Importance: It is known that high-grade dysplasia has an increased risk of malignant transformation when compared to normal or low-grade dysplasia. However, low-grade and high-grade dysplasia are histological definitions and cannot be differentiated by physical exam. We have developed a systemically injected fluorescent contrast agent that can differentiate dysplastic and malignant tissue based on differences in EGFR expression.
Objective: To determine if differences in EGFR expression can help discriminate low-grade from high-grade dysplasia from normal tissue in patients with head and neck squamous cell carcinoma (HNSCC).
Methods: We analyzed tumor specimens obtained from patients with HNSCC who were enrolled in a clinical trial assessing the efficacy of fluorescently labeled anti-EGFR antibody (panitumumab-IRDye800CW) as a fluorescent contrast agent (NCT02415881). Fluorescence images were obtained at the time of and following surgery and then fluorescence intensity was correlated with pathology. H&E stained slides were reviewed by a board-certified pathologist to delineate regions of invasive squamous cell carcinoma, high-grade dysplasia, and low-grade dysplasia, which was subsequently correlated with the fluorescence imaging.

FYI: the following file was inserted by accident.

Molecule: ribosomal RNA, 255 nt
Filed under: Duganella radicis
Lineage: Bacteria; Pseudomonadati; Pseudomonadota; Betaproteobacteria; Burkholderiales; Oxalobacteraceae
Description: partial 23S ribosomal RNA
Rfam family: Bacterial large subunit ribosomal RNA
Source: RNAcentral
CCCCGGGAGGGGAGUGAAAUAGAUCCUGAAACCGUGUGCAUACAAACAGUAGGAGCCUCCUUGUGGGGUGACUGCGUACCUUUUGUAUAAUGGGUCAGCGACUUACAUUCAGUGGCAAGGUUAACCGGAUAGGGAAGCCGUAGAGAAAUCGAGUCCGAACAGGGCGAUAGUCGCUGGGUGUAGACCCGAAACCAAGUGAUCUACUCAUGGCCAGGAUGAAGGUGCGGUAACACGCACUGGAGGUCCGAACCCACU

Results: A total of 24 patients were included in the study, of which 11 were selected for further analysis of invasive squamous cell carcinoma, high-grade dysplasia, and low-grade dysplasia. We analyzed separate tissue sections from these patient specimens which allowed analysis of 44 normal, 38 low-grade dysplasia, 42 high-grade dysplasia, and 32 invasive SCC separate sections. We found that the intensity of fluorescence (measured as mean fluorescence intensity (MFI)) increased with the grade of dysplasia; normal mucosa (1.7 MFI), low-grade dysplasia (3.4 MFI), high-grade dysplasia (4.0 MFI). Low-grade dysplasia and high-grade dysplasia had significantly greater signal-to-noise ratio when compared to normal (p<0.05), and high-grade was distinguishable from low-grade dysplasia (p<0.05). This corresponded to increasing EGFR expression with increasing degree of dysplasia on IHC staining of consecutive slides.
Conclusions: We identified a novel fluorescent agent in clinical trials (Panitumumab-IRDye800CW) that can successfully discriminate low-grade and high-grade dyplasia lesions from normal tissue intra-operatively.